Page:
Dry Face, Moist Eyes

Summary of trip -- cons:
- it was windy and cold nearly the entire time (except, of course, for the last day, when we had gorgeous weather for packing up);
- by Monday I was filthy (there's a big difference between two and three days' dirt);
- and it's really not as relaxing as it sounds -- even though I slept reasonably well every night, I still felt tired when I got home.
Summary of trip -- pros:
- we camped by a gorgeous lake, with pine trees all around;
- I didn't forget anything too vital and I accidentally brought hat and gloves which *did* turn out to be vital;
- the fishermen of our group were superbly successful and we had enough trout to grill for everyone (there's something wonderful about sharing a meal like that);
- the people I go with are really nice, though oddly enough I didn't talk as much with the people I know well, and talked more with people I don't know as well.
Even though it was partly cloudy most of the trip, I got enough sun to give me a very slight burn and dry my skin out. I keep applying chapstick and moisturizer in the hopes it will stop feeling funny. The underside of my nose is really dry for some reason. That usually happens when you get sun reflected off water, but I didn't spend that much time right by the lake. [shrug]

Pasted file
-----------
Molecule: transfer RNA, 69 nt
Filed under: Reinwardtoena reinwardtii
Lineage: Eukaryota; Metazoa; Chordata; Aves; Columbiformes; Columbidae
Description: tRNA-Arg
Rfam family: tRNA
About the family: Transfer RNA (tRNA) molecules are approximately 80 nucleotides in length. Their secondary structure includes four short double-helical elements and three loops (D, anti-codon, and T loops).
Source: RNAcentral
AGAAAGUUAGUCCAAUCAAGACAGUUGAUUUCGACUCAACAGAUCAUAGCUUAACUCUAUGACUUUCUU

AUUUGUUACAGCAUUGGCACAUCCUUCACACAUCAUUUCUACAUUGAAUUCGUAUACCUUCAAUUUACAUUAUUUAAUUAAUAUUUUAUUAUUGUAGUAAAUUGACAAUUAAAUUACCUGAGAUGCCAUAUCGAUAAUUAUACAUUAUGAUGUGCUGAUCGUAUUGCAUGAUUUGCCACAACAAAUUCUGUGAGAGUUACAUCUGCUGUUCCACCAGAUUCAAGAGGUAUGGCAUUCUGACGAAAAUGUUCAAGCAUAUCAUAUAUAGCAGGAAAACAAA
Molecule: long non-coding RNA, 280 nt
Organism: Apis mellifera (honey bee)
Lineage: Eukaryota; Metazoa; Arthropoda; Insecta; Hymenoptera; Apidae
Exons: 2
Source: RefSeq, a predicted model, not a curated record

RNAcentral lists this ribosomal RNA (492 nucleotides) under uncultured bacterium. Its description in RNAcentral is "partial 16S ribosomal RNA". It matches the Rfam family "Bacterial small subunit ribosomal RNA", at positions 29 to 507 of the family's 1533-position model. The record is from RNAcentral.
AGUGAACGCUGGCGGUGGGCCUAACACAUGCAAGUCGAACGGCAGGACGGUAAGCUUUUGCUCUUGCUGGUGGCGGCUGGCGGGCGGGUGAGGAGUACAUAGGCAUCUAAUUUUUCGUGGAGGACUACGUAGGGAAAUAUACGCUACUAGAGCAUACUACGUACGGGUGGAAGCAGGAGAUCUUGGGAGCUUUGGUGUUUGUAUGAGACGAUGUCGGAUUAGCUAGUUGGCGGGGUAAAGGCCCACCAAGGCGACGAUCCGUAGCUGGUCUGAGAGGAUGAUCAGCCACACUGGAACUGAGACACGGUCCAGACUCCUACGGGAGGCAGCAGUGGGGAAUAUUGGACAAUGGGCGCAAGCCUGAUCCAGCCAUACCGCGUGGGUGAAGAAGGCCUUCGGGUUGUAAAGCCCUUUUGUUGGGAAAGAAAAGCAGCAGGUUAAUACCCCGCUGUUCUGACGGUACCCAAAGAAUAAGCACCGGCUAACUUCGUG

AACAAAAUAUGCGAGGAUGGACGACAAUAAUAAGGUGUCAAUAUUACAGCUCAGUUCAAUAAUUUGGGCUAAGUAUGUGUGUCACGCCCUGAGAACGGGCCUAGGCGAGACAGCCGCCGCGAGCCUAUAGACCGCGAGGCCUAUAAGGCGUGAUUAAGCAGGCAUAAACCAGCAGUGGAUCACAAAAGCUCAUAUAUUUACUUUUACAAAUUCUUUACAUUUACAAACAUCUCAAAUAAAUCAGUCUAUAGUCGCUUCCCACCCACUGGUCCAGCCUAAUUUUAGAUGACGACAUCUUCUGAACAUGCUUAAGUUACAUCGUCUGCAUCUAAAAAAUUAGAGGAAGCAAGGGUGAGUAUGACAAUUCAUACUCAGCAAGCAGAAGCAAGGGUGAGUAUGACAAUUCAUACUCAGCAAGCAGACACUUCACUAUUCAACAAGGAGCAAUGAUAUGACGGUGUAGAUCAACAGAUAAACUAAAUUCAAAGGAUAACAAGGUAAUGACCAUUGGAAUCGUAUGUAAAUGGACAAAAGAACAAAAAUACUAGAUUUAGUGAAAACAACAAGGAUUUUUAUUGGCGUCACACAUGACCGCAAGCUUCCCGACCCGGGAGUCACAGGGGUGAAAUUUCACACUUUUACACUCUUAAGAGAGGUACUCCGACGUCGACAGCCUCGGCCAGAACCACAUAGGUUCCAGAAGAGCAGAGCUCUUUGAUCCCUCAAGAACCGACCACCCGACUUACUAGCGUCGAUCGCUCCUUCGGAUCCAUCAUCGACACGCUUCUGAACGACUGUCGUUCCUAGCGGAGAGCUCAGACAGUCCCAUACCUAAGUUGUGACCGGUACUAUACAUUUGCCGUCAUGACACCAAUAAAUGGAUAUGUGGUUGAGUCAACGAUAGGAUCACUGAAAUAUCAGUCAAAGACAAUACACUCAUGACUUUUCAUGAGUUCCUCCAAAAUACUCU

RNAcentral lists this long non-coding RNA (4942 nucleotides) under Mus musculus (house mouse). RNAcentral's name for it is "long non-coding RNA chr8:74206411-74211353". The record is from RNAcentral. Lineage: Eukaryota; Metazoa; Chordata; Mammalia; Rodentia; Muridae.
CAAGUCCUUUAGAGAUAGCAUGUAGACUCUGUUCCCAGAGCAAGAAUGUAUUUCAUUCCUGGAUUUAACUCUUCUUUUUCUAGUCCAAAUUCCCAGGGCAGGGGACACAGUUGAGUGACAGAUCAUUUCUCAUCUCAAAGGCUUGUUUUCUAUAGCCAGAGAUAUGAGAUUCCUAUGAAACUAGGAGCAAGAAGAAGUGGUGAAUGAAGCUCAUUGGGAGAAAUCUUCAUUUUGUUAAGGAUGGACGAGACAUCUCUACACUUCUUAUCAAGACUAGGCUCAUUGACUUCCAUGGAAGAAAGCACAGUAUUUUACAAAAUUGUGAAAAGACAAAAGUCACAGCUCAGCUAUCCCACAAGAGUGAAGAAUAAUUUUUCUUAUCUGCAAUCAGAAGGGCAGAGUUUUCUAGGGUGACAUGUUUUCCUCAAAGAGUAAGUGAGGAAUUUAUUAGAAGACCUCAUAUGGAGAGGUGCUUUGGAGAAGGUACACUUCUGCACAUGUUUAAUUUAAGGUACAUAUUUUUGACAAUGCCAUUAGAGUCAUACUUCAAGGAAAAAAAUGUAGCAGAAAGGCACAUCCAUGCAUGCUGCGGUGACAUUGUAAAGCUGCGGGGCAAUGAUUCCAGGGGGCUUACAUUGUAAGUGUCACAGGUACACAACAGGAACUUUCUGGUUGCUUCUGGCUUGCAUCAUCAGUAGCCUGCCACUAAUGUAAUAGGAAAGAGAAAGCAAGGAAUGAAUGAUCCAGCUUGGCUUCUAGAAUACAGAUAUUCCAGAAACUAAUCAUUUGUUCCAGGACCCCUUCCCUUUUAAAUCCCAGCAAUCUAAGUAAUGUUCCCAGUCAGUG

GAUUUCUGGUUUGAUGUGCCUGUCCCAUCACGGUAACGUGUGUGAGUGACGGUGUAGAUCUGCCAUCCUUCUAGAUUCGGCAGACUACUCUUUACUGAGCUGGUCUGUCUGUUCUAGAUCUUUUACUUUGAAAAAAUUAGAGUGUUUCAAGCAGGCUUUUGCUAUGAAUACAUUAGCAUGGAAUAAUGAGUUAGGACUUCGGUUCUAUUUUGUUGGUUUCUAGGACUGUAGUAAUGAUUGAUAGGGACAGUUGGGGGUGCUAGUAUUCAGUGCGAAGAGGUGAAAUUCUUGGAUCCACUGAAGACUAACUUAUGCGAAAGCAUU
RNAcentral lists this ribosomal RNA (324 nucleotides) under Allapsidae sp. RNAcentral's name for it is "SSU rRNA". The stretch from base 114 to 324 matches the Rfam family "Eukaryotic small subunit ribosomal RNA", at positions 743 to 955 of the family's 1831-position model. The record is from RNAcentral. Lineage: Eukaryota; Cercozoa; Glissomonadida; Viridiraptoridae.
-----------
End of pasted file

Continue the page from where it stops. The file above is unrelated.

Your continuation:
When I got back, I took a shower and rested a bit, then went to a Memorial Day BBQ of some friends of mine. They are Scottish, and had a friend visiting from Scotland, as well as an English friend, so I just sat and listened. Very nice couple.
Then I watched a very good, but very sad film by Steven Spielburg called "Empire of the Sun." It was about an English boy who gets separated from his parents when the Japanese invade Shanghai (WWII) and how he survives until the end of the war. It depicted everything very realistically (except, perhaps, the Americans seemed a little stereotypical) and the boy who played the main character was amazing. I think it was supposed to be inspirational, but I felt mostly terribly sad.
And lastly, the other tear-enducing event -- today I applied to my immediate boss for a half day of personal time for a meeting for a volunteer cause (more on that in a different post) on Friday, and he said, don't worry about it, just list it as unbillable time. The cynic might suppose that it would end up being charged to the company as unbillable anyway and this just elimnates paperwork, or something to that effect. I just felt like it was a sign of them valuing me and the volunteer cause I'm doing this for. It's definitely a sign of how stressed I am about this job that I can get a little teary about this one expression of trust and value.

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